Less Soar, More Stabs: Obama Tries to Recapture 2008 Feeling

Mirroring his term since wowing the Democratic National Convention in a Denver stadium four years ago, President Obama’s acceptance speech hit peaks and valleys as he tried to recapture the fervor of the “hope and change” mantra.


But after years in the Oval Office, and facing a new foe in his quest for a second term, Obama’s tone was more angry than soaring as he repeatedly took hits at and mocked his GOP challenger.

“I know that campaigns can seem small, and even silly. Trivial things become big distractions. Serious issues become sound bites. And the truth gets buried under an avalanche of money and advertising. If you’re sick of hearing me approve this message, believe me — so am I,” he said in a prelude to a bevy of standard campaign lines heard multiple times by Washington reporters.

“Now, our friends at the Republican convention were more than happy to talk about everything they think is wrong with America, but they didn’t have much to say about how they’d make it right. They want your vote, but they don’t want you to know their plan. And that’s because all they have to offer is the same prescription they’ve had for the last thirty years,” Obama said. “‘Have a surplus? Try a tax cut.’ ‘Deficit too high? Try another.’ ‘Feel a cold coming on? Take two tax cuts, roll back some regulations, and call us in the morning!'”

The president aimed for visionary points about the future of America, but offered few specifics.

“Our problems can be solved. Our challenges can be met. The path we offer may be harder, but it leads to a better place. And I’m asking you to choose that future. I’m asking you to rally around a set of goals for your country — goals in manufacturing, energy, education, national security, and the deficit; a real, achievable plan that will lead to new jobs, more opportunity, and rebuild this economy on a stronger foundation,” he said. “That’s what we can do in the next four years, and that’s why I’m running for a second term as president of the United States.”


The commander in chief touted ending the war in Iraq and killing Osama bin Laden before calling Mitt Romney and Paul Ryan “new to foreign policy.”

“After all, you don’t call Russia our number one enemy — and not al-Qaeda — unless you’re still stuck in a Cold War time warp,” he said. “You might not be ready for diplomacy with Beijing if you can’t visit the Olympics without insulting our closest ally.”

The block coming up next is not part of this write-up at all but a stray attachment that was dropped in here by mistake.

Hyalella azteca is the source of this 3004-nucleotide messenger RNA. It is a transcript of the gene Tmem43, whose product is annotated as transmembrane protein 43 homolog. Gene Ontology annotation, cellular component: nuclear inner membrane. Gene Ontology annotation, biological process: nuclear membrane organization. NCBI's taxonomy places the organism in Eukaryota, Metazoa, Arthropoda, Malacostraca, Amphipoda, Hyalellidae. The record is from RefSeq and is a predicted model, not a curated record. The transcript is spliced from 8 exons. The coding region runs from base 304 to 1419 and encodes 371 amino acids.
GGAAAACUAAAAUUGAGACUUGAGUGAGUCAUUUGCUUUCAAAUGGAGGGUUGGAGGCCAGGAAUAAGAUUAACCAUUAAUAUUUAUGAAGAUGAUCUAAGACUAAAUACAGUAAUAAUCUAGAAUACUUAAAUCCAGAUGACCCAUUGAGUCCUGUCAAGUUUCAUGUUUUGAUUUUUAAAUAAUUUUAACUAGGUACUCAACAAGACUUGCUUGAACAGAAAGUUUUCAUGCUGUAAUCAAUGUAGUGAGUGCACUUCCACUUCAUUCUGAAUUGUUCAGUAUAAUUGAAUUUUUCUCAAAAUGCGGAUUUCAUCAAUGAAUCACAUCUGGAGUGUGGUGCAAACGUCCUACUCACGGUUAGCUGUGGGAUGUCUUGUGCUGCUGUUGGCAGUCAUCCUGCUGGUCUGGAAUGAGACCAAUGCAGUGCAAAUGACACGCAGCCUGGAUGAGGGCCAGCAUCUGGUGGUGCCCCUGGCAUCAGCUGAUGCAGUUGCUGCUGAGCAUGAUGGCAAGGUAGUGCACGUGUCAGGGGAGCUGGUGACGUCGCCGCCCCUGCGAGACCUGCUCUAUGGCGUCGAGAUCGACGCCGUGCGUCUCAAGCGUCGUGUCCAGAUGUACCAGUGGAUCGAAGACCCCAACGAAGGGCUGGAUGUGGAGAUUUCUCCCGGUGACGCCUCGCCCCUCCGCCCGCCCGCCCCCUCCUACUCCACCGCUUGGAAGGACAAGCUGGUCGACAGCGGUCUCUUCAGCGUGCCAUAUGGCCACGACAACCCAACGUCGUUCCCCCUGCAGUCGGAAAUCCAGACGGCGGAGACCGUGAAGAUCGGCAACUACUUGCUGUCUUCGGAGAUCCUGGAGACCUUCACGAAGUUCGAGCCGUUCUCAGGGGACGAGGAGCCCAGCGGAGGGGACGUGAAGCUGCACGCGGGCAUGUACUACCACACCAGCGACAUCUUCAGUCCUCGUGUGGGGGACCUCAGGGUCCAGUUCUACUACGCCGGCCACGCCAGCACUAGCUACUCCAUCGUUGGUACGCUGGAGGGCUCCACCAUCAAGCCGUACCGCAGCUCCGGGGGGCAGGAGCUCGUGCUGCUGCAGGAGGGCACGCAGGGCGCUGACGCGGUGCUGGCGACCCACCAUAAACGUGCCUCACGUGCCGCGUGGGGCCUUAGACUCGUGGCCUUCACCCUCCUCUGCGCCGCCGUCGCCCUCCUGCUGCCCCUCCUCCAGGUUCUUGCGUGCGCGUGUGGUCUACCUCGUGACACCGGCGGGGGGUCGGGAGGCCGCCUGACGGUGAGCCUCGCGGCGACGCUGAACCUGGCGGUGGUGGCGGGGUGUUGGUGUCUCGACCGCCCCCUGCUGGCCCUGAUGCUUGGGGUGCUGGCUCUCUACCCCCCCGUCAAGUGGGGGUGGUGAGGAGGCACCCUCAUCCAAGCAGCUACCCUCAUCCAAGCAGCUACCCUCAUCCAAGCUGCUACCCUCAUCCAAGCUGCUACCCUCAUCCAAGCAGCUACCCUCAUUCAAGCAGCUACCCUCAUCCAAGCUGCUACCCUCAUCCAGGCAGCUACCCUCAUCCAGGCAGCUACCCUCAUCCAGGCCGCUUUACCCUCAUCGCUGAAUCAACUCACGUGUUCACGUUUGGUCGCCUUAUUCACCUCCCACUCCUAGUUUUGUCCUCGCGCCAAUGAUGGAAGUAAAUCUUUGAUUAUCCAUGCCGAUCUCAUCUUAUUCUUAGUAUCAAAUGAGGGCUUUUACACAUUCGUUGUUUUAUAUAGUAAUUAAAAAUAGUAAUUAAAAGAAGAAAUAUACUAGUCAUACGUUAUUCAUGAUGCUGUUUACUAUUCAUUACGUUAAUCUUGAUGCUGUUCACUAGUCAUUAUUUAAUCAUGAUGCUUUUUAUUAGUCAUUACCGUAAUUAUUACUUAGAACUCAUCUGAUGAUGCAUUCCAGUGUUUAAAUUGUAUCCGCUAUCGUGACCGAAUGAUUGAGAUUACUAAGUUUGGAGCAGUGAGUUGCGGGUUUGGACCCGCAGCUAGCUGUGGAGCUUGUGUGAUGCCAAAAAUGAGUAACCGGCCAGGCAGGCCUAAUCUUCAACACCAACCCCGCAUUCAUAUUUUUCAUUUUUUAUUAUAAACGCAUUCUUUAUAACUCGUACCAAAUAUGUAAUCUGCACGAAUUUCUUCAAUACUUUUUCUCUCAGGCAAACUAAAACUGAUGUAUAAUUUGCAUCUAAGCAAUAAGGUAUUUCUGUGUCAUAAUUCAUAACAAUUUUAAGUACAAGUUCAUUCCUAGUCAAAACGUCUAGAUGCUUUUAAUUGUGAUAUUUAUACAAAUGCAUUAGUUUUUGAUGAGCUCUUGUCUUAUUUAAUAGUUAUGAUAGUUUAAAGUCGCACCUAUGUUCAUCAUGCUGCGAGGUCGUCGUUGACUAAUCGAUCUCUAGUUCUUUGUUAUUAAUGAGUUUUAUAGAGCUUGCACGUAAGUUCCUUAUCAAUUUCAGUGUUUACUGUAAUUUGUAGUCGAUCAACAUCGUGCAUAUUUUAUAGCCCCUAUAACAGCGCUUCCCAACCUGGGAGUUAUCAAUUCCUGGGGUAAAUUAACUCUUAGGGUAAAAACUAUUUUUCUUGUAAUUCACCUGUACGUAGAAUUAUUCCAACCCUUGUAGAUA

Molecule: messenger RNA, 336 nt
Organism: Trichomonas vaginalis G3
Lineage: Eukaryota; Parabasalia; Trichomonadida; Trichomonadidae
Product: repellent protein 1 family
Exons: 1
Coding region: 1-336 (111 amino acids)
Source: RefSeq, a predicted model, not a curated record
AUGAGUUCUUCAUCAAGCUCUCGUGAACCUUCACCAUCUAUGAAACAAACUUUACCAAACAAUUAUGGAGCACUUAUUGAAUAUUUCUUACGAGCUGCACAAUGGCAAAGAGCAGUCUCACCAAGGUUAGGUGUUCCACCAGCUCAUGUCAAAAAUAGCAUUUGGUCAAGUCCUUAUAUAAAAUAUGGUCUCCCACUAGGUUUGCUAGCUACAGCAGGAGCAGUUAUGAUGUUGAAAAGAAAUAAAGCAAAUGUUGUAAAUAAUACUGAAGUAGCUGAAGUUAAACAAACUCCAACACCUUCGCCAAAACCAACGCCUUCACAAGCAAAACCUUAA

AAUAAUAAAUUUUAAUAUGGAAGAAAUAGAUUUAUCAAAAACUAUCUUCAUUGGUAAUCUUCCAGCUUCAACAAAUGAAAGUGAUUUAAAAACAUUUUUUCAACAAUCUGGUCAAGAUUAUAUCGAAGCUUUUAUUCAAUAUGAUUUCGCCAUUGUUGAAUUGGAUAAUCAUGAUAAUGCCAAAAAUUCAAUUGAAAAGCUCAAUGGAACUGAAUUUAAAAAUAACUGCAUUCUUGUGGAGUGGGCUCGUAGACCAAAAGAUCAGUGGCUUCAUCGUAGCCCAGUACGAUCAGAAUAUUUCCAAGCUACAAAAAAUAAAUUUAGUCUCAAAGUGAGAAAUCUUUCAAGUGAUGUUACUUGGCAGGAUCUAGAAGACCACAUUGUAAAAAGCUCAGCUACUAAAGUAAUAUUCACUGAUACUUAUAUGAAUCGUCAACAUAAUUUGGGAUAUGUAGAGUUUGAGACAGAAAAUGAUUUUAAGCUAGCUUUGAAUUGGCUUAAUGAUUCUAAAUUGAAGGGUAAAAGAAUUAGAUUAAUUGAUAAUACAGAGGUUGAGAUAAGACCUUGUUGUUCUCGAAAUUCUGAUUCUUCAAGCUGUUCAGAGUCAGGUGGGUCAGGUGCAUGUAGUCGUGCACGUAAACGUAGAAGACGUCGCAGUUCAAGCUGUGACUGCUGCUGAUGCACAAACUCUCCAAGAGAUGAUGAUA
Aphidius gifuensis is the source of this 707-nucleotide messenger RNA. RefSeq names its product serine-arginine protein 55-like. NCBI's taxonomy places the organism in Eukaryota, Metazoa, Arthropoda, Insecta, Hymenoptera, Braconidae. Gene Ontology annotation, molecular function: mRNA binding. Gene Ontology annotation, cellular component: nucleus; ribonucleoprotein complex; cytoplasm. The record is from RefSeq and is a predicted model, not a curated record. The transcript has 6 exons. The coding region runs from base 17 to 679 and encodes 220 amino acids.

Obama took familiar swings at the extension of the Bush-era tax cuts on upper-income brackets and promoted this year’s pet project of student-loan reform.

“We don’t think government can solve all our problems. But we don’t think that government is the source of all our problems — any more than are welfare recipients, or corporations, or unions, or immigrants, or gays, or any other group we’re told to blame for our troubles,” he said.

“The election four years ago wasn’t about me. It was about you. My fellow citizens — you were the change.”

Still, he said that “the times have changed — and so have I.”

“I’m no longer just a candidate. I’m the president,” Obama said. “If the critics are right that I’ve made all my decisions based on polls, then I must not be very good at reading them.”

“But as I stand here tonight, I have never been more hopeful about America. Not because I think I have all the answers. Not because I’m naive about the magnitude of our challenges. I’m hopeful because of you.”


Obama recaptured the passion of his earlier speeches only as he wound down to the last few paragraphs.

“Yes, our path is harder — but it leads to a better place. Yes our road is longer — but we travel it together. We don’t turn back. We leave no one behind. We pull each other up,” he said. “We draw strength from our victories, and we learn from our mistakes, but we keep our eyes fixed on that distant horizon, knowing that Providence is with us, and that we are surely blessed to be citizens of the greatest nation on Earth.”


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